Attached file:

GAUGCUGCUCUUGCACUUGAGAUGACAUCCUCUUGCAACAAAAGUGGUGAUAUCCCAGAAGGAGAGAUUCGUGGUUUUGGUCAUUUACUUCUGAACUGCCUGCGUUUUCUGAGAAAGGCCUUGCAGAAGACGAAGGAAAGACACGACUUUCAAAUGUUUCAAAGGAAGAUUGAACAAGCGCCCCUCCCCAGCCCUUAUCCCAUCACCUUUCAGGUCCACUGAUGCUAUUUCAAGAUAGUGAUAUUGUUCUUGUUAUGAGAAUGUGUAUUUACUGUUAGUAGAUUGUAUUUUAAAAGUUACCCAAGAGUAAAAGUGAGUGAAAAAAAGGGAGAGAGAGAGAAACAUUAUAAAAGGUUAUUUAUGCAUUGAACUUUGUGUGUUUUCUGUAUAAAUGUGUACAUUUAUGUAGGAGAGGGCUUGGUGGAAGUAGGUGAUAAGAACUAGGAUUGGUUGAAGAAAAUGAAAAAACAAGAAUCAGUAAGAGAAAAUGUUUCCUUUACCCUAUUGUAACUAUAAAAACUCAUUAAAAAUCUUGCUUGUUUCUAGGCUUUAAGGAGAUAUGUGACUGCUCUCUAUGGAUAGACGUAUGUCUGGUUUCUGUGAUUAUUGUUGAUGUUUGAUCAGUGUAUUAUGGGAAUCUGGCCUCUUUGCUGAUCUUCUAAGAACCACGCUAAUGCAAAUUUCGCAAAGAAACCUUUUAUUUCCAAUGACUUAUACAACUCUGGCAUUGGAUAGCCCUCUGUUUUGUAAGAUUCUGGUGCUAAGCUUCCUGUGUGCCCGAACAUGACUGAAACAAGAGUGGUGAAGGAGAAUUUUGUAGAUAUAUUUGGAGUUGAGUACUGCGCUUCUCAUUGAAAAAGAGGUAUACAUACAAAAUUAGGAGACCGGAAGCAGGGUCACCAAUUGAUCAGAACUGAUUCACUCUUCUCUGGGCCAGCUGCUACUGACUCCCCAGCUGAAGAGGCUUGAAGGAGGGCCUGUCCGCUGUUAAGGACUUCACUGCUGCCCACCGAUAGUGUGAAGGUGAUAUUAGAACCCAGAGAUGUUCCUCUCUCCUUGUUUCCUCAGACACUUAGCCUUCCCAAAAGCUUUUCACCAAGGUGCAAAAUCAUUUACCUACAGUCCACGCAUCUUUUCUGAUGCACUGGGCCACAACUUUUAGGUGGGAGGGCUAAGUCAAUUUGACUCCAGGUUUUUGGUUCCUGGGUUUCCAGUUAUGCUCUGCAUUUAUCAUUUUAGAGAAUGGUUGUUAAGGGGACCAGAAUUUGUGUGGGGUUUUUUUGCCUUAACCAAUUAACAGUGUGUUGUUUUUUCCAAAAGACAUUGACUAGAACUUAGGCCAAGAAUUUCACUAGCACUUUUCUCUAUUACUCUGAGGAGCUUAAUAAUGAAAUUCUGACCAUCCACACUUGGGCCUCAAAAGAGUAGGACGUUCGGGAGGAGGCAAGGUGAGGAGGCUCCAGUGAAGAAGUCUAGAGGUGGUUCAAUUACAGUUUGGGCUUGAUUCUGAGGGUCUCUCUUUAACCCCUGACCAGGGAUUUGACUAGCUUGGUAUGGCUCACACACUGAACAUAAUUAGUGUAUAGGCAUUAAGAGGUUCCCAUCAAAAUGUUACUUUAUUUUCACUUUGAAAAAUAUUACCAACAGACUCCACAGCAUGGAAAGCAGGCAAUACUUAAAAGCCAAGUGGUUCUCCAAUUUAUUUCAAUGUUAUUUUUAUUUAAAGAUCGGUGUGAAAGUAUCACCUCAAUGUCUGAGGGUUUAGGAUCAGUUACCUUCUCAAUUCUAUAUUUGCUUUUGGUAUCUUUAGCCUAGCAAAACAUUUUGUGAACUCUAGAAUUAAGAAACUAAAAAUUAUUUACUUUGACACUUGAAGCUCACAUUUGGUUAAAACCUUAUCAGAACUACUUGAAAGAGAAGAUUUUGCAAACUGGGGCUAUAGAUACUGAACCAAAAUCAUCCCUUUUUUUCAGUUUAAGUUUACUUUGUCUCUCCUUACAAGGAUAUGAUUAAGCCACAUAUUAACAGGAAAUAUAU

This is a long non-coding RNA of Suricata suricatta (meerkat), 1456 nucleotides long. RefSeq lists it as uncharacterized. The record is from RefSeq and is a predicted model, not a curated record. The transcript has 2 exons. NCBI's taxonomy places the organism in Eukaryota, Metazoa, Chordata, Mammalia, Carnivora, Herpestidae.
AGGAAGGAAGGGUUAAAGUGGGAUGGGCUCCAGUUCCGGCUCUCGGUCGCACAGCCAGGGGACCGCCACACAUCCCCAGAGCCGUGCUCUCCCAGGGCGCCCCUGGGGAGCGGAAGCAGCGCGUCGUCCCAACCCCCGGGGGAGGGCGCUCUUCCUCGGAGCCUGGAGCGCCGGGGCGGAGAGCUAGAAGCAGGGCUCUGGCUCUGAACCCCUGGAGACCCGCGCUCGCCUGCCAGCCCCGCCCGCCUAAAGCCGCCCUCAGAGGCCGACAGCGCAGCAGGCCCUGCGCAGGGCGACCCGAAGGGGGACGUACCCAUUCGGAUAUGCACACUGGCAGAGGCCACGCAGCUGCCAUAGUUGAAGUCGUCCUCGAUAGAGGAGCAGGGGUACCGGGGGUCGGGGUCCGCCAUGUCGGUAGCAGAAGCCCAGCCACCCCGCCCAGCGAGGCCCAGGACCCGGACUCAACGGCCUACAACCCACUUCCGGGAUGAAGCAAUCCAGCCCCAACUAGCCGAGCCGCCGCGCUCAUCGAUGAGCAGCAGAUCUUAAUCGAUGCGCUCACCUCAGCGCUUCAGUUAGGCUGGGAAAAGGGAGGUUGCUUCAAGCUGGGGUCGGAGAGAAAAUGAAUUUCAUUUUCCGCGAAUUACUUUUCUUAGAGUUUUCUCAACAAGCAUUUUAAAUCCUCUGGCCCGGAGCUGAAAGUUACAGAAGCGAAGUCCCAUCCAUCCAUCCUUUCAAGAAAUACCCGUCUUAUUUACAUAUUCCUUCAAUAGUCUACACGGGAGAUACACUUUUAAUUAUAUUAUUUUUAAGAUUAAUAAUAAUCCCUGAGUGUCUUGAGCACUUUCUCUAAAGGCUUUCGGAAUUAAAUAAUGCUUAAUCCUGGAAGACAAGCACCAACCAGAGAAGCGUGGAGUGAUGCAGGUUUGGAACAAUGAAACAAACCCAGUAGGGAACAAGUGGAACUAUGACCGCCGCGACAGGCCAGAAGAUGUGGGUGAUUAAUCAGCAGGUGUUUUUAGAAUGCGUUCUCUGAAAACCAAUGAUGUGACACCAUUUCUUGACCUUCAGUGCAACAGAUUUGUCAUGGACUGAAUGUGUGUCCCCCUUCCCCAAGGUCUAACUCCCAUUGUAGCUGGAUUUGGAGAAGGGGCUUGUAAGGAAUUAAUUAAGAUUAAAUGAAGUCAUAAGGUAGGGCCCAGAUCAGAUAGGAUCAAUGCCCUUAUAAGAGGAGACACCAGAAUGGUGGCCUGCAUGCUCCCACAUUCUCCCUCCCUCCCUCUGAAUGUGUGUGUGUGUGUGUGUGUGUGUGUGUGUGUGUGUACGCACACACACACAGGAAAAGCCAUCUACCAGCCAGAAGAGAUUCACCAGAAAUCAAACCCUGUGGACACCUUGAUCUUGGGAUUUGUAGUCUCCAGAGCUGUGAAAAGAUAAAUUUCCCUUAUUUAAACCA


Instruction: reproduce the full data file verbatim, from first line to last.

GAUGCUGCUCUUGCACUUGAGAUGACAUCCUCUUGCAACAAAAGUGGUGAUAUCCCAGAAGGAGAGAUUCGUGGUUUUGGUCAUUUACUUCUGAACUGCCUGCGUUUUCUGAGAAAGGCCUUGCAGAAGACGAAGGAAAGACACGACUUUCAAAUGUUUCAAAGGAAGAUUGAACAAGCGCCCCUCCCCAGCCCUUAUCCCAUCACCUUUCAGGUCCACUGAUGCUAUUUCAAGAUAGUGAUAUUGUUCUUGUUAUGAGAAUGUGUAUUUACUGUUAGUAGAUUGUAUUUUAAAAGUUACCCAAGAGUAAAAGUGAGUGAAAAAAAGGGAGAGAGAGAGAAACAUUAUAAAAGGUUAUUUAUGCAUUGAACUUUGUGUGUUUUCUGUAUAAAUGUGUACAUUUAUGUAGGAGAGGGCUUGGUGGAAGUAGGUGAUAAGAACUAGGAUUGGUUGAAGAAAAUGAAAAAACAAGAAUCAGUAAGAGAAAAUGUUUCCUUUACCCUAUUGUAACUAUAAAAACUCAUUAAAAAUCUUGCUUGUUUCUAGGCUUUAAGGAGAUAUGUGACUGCUCUCUAUGGAUAGACGUAUGUCUGGUUUCUGUGAUUAUUGUUGAUGUUUGAUCAGUGUAUUAUGGGAAUCUGGCCUCUUUGCUGAUCUUCUAAGAACCACGCUAAUGCAAAUUUCGCAAAGAAACCUUUUAUUUCCAAUGACUUAUACAACUCUGGCAUUGGAUAGCCCUCUGUUUUGUAAGAUUCUGGUGCUAAGCUUCCUGUGUGCCCGAACAUGACUGAAACAAGAGUGGUGAAGGAGAAUUUUGUAGAUAUAUUUGGAGUUGAGUACUGCGCUUCUCAUUGAAAAAGAGGUAUACAUACAAAAUUAGGAGACCGGAAGCAGGGUCACCAAUUGAUCAGAACUGAUUCACUCUUCUCUGGGCCAGCUGCUACUGACUCCCCAGCUGAAGAGGCUUGAAGGAGGGCCUGUCCGCUGUUAAGGACUUCACUGCUGCCCACCGAUAGUGUGAAGGUGAUAUUAGAACCCAGAGAUGUUCCUCUCUCCUUGUUUCCUCAGACACUUAGCCUUCCCAAAAGCUUUUCACCAAGGUGCAAAAUCAUUUACCUACAGUCCACGCAUCUUUUCUGAUGCACUGGGCCACAACUUUUAGGUGGGAGGGCUAAGUCAAUUUGACUCCAGGUUUUUGGUUCCUGGGUUUCCAGUUAUGCUCUGCAUUUAUCAUUUUAGAGAAUGGUUGUUAAGGGGACCAGAAUUUGUGUGGGGUUUUUUUGCCUUAACCAAUUAACAGUGUGUUGUUUUUUCCAAAAGACAUUGACUAGAACUUAGGCCAAGAAUUUCACUAGCACUUUUCUCUAUUACUCUGAGGAGCUUAAUAAUGAAAUUCUGACCAUCCACACUUGGGCCUCAAAAGAGUAGGACGUUCGGGAGGAGGCAAGGUGAGGAGGCUCCAGUGAAGAAGUCUAGAGGUGGUUCAAUUACAGUUUGGGCUUGAUUCUGAGGGUCUCUCUUUAACCCCUGACCAGGGAUUUGACUAGCUUGGUAUGGCUCACACACUGAACAUAAUUAGUGUAUAGGCAUUAAGAGGUUCCCAUCAAAAUGUUACUUUAUUUUCACUUUGAAAAAUAUUACCAACAGACUCCACAGCAUGGAAAGCAGGCAAUACUUAAAAGCCAAGUGGUUCUCCAAUUUAUUUCAAUGUUAUUUUUAUUUAAAGAUCGGUGUGAAAGUAUCACCUCAAUGUCUGAGGGUUUAGGAUCAGUUACCUUCUCAAUUCUAUAUUUGCUUUUGGUAUCUUUAGCCUAGCAAAACAUUUUGUGAACUCUAGAAUUAAGAAACUAAAAAUUAUUUACUUUGACACUUGAAGCUCACAUUUGGUUAAAACCUUAUCAGAACUACUUGAAAGAGAAGAUUUUGCAAACUGGGGCUAUAGAUACUGAACCAAAAUCAUCCCUUUUUUUCAGUUUAAGUUUACUUUGUCUCUCCUUACAAGGAUAUGAUUAAGCCACAUAUUAACAGGAAAUAUAU

This is a long non-coding RNA of Suricata suricatta (meerkat), 1456 nucleotides long. RefSeq lists it as uncharacterized. The record is from RefSeq and is a predicted model, not a curated record. The transcript has 2 exons. NCBI's taxonomy places the organism in Eukaryota, Metazoa, Chordata, Mammalia, Carnivora, Herpestidae.
AGGAAGGAAGGGUUAAAGUGGGAUGGGCUCCAGUUCCGGCUCUCGGUCGCACAGCCAGGGGACCGCCACACAUCCCCAGAGCCGUGCUCUCCCAGGGCGCCCCUGGGGAGCGGAAGCAGCGCGUCGUCCCAACCCCCGGGGGAGGGCGCUCUUCCUCGGAGCCUGGAGCGCCGGGGCGGAGAGCUAGAAGCAGGGCUCUGGCUCUGAACCCCUGGAGACCCGCGCUCGCCUGCCAGCCCCGCCCGCCUAAAGCCGCCCUCAGAGGCCGACAGCGCAGCAGGCCCUGCGCAGGGCGACCCGAAGGGGGACGUACCCAUUCGGAUAUGCACACUGGCAGAGGCCACGCAGCUGCCAUAGUUGAAGUCGUCCUCGAUAGAGGAGCAGGGGUACCGGGGGUCGGGGUCCGCCAUGUCGGUAGCAGAAGCCCAGCCACCCCGCCCAGCGAGGCCCAGGACCCGGACUCAACGGCCUACAACCCACUUCCGGGAUGAAGCAAUCCAGCCCCAACUAGCCGAGCCGCCGCGCUCAUCGAUGAGCAGCAGAUCUUAAUCGAUGCGCUCACCUCAGCGCUUCAGUUAGGCUGGGAAAAGGGAGGUUGCUUCAAGCUGGGGUCGGAGAGAAAAUGAAUUUCAUUUUCCGCGAAUUACUUUUCUUAGAGUUUUCUCAACAAGCAUUUUAAAUCCUCUGGCCCGGAGCUGAAAGUUACAGAAGCGAAGUCCCAUCCAUCCAUCCUUUCAAGAAAUACCCGUCUUAUUUACAUAUUCCUUCAAUAGUCUACACGGGAGAUACACUUUUAAUUAUAUUAUUUUUAAGAUUAAUAAUAAUCCCUGAGUGUCUUGAGCACUUUCUCUAAAGGCUUUCGGAAUUAAAUAAUGCUUAAUCCUGGAAGACAAGCACCAACCAGAGAAGCGUGGAGUGAUGCAGGUUUGGAACAAUGAAACAAACCCAGUAGGGAACAAGUGGAACUAUGACCGCCGCGACAGGCCAGAAGAUGUGGGUGAUUAAUCAGCAGGUGUUUUUAGAAUGCGUUCUCUGAAAACCAAUGAUGUGACACCAUUUCUUGACCUUCAGUGCAACAGAUUUGUCAUGGACUGAAUGUGUGUCCCCCUUCCCCAAGGUCUAACUCCCAUUGUAGCUGGAUUUGGAGAAGGGGCUUGUAAGGAAUUAAUUAAGAUUAAAUGAAGUCAUAAGGUAGGGCCCAGAUCAGAUAGGAUCAAUGCCCUUAUAAGAGGAGACACCAGAAUGGUGGCCUGCAUGCUCCCACAUUCUCCCUCCCUCCCUCUGAAUGUGUGUGUGUGUGUGUGUGUGUGUGUGUGUGUGUGUACGCACACACACACAGGAAAAGCCAUCUACCAGCCAGAAGAGAUUCACCAGAAAUCAAACCCUGUGGACACCUUGAUCUUGGGAUUUGUAGUCUCCAGAGCUGUGAAAAGAUAAAUUUCCCUUAUUUAAACCA